Some of the details that make it upbeat in this sense include:

  • The tempo is above 240BPM,
  • The first melodic content are brash, loud synthesized horns, they alternate with a
  • slightly lower volume, but still high-pitched and active melody.

In turn, these melodic sections alternate with breakdowns -- really just the underlying rhythm in order to provide tension & release between the highly energetic melodic content and the less in your face breakdowns.

As far as I can tell, there is no strong relationship between this overall feel of the music and the more technical use of the term upbeat to refer to the un-accented subdivisions in the meter (or ever more stringently: the un-accented subdivision just prior to the start of the measure) . Indeed, you'd usually refer to music that accentuates the off-beats as being "[highly] syncopated', not upbeat.

An aside on the technical definition of upbeat

Especially in classical music the "upbeat" refers to what the conductor is doing. Here's a diagram of the conductor's hand motions for 4/4 time, with the upbeat highlighted:

enter image description here

On the beat preceding the first beat of each measure (the downbeat, labeled with a 1), the conductor raises his hand/baton to prepare for it; the upbeat (labeled 4 here).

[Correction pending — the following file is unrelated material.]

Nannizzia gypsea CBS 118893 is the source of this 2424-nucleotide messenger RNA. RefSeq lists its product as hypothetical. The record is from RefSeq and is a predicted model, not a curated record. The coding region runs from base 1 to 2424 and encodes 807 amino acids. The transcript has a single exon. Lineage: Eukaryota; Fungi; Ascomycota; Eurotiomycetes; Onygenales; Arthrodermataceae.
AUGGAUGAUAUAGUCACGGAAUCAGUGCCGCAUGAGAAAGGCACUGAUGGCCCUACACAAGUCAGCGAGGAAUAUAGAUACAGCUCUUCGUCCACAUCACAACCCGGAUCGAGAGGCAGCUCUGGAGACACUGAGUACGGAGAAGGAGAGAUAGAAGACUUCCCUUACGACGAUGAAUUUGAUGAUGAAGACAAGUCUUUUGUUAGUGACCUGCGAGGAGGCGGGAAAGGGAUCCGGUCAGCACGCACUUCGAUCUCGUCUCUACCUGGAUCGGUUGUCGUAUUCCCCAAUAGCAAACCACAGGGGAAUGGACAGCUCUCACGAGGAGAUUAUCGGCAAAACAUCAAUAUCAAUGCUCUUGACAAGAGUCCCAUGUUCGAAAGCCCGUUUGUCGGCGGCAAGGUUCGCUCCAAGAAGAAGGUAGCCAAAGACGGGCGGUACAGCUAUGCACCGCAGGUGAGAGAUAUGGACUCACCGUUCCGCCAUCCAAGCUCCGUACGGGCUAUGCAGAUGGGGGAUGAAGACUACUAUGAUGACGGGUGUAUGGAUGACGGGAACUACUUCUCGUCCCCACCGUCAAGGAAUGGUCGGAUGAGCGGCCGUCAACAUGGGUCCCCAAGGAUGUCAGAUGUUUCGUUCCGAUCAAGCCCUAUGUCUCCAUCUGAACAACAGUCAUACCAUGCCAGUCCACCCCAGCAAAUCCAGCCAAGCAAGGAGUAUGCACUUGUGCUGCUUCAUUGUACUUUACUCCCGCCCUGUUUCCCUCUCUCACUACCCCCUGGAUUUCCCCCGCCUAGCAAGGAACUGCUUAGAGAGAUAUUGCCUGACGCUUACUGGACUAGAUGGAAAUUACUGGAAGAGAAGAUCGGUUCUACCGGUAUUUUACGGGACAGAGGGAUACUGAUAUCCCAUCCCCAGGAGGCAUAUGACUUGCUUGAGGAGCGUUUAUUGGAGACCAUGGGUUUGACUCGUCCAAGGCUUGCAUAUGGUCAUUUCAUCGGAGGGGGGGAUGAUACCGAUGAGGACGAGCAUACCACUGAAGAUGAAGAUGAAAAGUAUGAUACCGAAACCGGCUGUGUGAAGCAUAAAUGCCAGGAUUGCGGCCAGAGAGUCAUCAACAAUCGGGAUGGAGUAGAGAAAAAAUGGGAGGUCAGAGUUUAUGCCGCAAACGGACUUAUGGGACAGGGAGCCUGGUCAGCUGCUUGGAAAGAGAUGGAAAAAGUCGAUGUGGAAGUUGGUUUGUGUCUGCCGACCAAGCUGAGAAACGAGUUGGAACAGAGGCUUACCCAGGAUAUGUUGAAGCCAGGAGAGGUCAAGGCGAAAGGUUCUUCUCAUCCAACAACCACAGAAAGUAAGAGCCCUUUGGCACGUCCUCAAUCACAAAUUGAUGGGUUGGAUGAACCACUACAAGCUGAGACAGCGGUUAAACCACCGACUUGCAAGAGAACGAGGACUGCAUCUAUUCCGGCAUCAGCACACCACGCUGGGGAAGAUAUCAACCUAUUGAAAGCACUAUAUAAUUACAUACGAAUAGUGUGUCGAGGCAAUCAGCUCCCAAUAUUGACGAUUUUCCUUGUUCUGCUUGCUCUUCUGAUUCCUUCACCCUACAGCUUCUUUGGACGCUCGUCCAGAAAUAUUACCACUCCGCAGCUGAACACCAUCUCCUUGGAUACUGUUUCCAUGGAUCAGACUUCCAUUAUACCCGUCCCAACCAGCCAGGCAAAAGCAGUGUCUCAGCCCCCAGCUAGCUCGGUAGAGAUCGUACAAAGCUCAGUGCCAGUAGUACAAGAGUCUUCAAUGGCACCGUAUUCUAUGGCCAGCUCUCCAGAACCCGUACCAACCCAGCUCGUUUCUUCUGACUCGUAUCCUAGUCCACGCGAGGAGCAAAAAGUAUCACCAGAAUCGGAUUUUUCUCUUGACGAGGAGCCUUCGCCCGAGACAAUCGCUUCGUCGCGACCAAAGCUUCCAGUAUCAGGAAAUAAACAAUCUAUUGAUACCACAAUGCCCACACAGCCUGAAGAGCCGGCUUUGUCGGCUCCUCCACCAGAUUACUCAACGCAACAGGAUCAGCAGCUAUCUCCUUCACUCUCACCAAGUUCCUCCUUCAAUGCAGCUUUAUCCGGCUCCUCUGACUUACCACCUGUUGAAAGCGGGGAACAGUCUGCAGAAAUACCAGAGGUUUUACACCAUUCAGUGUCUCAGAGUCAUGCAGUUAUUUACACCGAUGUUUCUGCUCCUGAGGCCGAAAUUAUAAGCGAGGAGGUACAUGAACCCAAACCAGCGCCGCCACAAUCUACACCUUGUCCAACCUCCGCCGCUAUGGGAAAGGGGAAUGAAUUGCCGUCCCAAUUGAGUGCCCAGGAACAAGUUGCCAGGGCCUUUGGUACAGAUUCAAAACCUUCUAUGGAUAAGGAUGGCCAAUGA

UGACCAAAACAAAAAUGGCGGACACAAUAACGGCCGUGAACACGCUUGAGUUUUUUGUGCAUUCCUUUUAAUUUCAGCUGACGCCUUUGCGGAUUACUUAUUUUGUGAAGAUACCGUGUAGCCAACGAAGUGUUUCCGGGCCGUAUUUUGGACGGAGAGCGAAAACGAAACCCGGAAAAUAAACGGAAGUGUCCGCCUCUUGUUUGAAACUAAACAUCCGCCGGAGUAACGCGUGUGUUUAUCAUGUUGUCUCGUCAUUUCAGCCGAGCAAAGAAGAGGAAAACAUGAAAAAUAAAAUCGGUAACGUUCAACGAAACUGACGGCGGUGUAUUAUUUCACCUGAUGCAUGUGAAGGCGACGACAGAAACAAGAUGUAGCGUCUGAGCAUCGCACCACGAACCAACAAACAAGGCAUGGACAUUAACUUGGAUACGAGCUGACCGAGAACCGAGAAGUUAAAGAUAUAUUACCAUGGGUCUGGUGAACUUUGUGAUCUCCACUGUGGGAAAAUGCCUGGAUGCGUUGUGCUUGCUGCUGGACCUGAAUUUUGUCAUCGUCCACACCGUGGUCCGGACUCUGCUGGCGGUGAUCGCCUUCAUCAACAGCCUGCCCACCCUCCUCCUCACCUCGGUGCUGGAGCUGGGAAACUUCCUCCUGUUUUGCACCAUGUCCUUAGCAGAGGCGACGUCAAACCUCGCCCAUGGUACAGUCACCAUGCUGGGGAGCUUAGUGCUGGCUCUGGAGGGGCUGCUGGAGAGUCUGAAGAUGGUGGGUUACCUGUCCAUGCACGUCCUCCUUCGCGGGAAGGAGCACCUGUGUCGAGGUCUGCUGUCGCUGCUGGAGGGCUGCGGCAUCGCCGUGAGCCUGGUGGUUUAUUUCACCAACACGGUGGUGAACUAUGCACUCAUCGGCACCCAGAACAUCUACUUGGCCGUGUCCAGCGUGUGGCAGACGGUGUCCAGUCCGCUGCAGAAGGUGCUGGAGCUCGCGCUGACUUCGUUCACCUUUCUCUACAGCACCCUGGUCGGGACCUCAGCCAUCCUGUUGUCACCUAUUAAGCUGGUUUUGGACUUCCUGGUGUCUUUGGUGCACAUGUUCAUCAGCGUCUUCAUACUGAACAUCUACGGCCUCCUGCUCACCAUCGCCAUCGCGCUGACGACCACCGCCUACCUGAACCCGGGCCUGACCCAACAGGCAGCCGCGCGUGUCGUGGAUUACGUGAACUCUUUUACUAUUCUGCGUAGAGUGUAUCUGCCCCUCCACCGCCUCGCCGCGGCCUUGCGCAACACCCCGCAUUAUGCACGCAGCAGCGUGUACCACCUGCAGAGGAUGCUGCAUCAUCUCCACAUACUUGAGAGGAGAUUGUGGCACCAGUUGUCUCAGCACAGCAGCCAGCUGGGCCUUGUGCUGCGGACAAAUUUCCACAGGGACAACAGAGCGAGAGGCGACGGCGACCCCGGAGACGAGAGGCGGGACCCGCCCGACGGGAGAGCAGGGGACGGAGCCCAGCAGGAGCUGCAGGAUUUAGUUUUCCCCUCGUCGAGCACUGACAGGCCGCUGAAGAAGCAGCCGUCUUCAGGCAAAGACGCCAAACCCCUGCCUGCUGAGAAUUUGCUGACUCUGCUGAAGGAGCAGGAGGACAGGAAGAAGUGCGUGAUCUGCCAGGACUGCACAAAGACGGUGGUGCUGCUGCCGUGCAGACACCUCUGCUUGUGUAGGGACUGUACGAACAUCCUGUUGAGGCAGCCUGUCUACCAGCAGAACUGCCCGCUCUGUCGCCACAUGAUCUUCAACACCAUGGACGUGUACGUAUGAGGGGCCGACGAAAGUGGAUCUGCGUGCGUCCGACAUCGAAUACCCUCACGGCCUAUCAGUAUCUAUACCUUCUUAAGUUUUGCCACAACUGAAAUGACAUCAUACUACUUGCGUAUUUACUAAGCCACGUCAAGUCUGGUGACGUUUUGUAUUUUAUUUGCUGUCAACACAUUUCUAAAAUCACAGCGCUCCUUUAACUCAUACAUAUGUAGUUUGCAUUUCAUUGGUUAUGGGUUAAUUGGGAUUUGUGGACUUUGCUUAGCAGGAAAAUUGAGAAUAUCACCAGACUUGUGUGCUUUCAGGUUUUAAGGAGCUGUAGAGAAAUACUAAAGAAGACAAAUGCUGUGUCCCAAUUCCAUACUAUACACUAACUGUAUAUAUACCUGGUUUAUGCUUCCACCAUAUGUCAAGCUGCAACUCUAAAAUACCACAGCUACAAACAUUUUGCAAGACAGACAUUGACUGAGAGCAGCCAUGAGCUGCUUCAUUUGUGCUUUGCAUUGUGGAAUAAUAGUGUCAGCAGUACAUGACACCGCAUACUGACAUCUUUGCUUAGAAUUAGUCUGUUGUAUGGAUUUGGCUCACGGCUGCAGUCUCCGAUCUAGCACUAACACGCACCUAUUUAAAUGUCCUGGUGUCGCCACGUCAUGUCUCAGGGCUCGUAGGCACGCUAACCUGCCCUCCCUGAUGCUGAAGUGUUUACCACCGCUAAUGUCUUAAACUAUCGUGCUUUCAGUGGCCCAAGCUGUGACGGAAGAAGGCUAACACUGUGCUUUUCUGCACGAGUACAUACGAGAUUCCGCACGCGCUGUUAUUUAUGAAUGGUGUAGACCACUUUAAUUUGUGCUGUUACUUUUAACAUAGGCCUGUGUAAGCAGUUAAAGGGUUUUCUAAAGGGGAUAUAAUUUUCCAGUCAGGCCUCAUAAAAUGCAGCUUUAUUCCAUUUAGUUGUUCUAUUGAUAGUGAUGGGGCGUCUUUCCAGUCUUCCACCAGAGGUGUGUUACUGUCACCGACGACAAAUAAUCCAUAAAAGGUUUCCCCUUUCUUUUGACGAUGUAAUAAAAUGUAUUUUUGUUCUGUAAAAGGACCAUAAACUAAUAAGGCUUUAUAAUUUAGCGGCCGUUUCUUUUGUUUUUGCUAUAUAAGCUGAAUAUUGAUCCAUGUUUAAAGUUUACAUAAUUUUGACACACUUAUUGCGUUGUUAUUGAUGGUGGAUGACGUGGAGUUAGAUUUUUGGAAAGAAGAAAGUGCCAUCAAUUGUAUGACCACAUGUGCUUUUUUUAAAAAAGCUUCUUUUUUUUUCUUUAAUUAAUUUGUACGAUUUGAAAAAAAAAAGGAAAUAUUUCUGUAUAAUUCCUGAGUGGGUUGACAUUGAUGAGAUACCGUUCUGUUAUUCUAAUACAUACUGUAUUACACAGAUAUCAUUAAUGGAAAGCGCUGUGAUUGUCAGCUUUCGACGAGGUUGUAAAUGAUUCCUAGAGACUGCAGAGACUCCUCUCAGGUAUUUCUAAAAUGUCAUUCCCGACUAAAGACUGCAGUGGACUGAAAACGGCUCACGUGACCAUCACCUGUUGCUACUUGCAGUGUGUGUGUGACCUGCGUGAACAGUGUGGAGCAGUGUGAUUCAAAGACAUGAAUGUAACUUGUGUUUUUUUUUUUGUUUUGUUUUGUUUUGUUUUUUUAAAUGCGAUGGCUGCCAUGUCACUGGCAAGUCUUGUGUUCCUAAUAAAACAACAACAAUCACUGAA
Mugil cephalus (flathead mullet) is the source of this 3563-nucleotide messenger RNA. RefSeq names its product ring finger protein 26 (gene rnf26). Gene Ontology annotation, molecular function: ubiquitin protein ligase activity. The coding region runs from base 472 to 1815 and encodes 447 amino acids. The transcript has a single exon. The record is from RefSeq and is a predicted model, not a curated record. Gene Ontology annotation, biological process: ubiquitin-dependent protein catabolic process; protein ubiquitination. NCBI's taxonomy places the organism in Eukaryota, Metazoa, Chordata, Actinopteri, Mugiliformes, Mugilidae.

Outside of classical music, people tend to be a bit looser with language, and may use "upbeat" to refer to any/all of the subdivisions that lie between the main beats -- as in the OP, the &'s in "1&2&3&4&".

  • So, basicaly you want to say in this example Megalovania is just fast-paced and active? Because I find it pretty tragic.
    – Exerion
    Commented Mar 27, 2017 at 17:32
  • @Exerion everybody is going to have their own emotional reactions to music. I've edited in some of the more objective features in this piece that, to my mind, qualify it as upbeat.
    – Dave
    Commented Mar 27, 2017 at 17:43

"Upbeat" can be used by music critics (not necessarily performers) as a way of saying that the rhythm is lively. This may include music that is "hot", "hard" and so on but can include music that is "soft" and "light" if the tempo of the music is sufficiently quick enough. Take Frank Mill's "Music Box Dancer" as an example. "Hard" and "heavy" music can be considered "upbeat" if the rhythm of the song is comparatively above that of other songs of similar likeness.

Upbeat also has connotations of causing one to leap in dance. Quick marches are like that, as is quick jazz tunes which you see people doing the lindy hop to. In terms of metal, an upbeat tune will likely cause the audience to thrash less and perhaps engage in more hopping and jumping.

This is the answer for the music critic side. For the performers, upbeat can mean something completely different. It can mean the end of the bar where a conductor punctuates the end with an upward flick of his baton. The downbeat then is the start of the bar.